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Guns’ Hidden Victims

In 2020, suicides made up more than half of U.S. gun deaths in the U.S., which nearly set a record high. Suicide Awareness Month in September is an appropriate time to examine the dangerous relationship between suicidal individuals and access to firearms, and recognize just how significant the impact a gun has on a suicide attempt ending in death.

“It’s not that gun owners are more suicidal. It’s that they are more likely to die in the event that they become suicidal…”

Catherine Barber Director of a HICRC Suicide Prevention Campaign

Youth suicide & access to guns

Suicide is the third leading cause of death for young Americans (ages 10–24), which increased by 53% between 2011 and 2020. Young men are at a higher risk, representing nine out of 10 firearm suicide victims. Among youth, the highest suicide by firearm rate is among Native American/ Alaska Native, white and Black populations.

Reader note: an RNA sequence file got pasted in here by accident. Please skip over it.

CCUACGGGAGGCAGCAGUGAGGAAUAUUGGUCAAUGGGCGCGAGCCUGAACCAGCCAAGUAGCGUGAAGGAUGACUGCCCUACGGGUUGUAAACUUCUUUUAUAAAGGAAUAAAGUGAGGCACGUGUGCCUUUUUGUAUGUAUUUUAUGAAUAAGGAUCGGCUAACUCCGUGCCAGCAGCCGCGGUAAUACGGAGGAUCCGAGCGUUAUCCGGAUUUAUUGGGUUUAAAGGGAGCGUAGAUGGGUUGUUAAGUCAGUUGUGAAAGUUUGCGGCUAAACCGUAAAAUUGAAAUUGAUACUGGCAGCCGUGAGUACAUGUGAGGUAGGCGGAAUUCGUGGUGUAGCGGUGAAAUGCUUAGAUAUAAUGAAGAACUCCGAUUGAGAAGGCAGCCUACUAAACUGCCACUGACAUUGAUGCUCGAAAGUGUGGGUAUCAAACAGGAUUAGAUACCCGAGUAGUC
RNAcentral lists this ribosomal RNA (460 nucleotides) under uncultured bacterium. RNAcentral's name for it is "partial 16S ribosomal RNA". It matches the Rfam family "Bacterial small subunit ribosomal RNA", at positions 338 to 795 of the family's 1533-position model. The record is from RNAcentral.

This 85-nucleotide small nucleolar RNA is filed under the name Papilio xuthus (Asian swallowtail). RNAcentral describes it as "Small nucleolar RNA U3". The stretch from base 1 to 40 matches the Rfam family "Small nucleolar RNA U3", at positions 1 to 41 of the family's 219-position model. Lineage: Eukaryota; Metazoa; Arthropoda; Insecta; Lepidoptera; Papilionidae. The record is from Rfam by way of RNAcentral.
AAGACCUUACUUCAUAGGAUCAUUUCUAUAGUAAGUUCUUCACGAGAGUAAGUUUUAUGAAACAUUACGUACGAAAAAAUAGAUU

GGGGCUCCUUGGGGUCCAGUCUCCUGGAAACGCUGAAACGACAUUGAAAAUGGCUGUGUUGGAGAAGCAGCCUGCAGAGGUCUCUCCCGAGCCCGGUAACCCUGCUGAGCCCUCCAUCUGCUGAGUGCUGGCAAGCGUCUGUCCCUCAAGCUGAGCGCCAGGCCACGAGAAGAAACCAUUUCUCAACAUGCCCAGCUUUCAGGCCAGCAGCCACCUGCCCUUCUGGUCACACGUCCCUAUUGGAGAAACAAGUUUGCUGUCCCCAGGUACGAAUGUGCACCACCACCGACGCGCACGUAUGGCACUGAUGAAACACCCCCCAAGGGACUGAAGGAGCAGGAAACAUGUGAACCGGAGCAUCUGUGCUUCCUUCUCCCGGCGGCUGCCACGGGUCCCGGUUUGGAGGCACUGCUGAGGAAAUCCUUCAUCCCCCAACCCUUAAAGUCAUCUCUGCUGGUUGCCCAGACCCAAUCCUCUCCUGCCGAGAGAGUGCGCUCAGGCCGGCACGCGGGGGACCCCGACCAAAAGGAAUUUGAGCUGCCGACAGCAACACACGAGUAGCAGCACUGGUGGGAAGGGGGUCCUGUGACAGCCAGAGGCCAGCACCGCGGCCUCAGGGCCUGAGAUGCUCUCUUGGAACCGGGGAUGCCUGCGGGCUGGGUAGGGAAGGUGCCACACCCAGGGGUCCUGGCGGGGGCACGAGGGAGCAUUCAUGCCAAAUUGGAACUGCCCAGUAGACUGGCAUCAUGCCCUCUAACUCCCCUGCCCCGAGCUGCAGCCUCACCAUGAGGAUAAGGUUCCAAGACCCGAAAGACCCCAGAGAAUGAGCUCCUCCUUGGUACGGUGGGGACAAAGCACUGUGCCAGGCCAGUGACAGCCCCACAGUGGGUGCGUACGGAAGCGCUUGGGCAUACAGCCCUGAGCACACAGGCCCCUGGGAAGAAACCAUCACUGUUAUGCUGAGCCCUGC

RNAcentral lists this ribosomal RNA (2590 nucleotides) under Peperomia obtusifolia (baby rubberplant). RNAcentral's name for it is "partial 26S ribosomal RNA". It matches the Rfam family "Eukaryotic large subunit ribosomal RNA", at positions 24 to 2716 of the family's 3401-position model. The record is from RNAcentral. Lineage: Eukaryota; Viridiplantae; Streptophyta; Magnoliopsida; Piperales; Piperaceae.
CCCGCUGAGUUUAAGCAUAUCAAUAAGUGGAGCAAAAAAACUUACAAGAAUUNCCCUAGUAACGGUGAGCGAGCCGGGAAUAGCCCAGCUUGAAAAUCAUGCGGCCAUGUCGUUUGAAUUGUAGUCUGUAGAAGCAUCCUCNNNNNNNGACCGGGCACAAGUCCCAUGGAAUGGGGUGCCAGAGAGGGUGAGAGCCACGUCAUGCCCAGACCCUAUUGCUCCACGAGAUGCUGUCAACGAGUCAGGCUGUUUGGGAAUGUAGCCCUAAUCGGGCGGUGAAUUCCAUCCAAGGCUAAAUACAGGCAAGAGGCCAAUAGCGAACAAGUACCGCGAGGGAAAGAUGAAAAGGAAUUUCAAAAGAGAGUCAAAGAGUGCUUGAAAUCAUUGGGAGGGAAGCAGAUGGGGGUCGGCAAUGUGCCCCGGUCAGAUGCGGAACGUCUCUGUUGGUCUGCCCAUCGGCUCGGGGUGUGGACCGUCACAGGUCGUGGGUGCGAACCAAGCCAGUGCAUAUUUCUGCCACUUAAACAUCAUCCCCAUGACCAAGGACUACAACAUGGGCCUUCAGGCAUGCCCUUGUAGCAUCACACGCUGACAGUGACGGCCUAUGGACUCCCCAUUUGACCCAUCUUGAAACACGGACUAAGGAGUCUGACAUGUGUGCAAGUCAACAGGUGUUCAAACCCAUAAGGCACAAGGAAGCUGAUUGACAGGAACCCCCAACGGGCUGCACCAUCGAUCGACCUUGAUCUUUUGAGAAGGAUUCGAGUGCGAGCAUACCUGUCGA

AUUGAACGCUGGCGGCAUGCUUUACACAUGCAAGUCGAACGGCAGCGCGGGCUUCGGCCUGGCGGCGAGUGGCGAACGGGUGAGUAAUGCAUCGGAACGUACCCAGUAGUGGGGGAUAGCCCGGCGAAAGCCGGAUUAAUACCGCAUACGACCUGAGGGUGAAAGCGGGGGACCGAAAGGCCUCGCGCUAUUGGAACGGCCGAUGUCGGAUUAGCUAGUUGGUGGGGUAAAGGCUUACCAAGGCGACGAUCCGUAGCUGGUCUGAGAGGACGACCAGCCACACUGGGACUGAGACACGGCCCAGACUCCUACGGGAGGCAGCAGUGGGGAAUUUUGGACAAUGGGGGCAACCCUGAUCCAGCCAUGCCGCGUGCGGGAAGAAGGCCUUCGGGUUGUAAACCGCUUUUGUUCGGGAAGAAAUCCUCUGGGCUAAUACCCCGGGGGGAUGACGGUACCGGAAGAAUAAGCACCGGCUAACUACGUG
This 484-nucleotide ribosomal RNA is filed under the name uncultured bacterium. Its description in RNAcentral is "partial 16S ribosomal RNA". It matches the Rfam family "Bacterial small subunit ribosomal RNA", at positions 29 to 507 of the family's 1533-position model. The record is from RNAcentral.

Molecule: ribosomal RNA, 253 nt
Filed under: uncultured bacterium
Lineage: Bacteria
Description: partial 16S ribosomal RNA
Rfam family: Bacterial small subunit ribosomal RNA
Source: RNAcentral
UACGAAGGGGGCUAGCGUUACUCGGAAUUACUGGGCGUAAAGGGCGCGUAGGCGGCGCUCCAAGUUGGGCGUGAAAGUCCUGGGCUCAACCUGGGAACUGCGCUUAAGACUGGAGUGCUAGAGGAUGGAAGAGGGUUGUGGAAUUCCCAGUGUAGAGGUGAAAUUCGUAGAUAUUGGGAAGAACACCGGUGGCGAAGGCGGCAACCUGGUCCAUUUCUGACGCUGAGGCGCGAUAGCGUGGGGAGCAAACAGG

Lethal nature of guns

Much of what makes guns so dangerous to individuals following through with suicide is the speed at which a firearm can take a life. In fact, most people who attempt suicide do not die unless they use a gun. Ninety percent of suicide attempts with a gun end in death, while other methods do so only 4% of the time. Pulling a trigger leaves little time to reconsider and low chance for survival.

Preventing suicide by firearm

The simplest method of suicide prevention is recognizing red flags and acting swiftly to get the person to crisis resources. Loved ones should know that any drastic change in demeanor can point to underlying issues in those with existing mental illness and should be acutely aware of comments regarding firearms or the individual’s access to weapons in this state.

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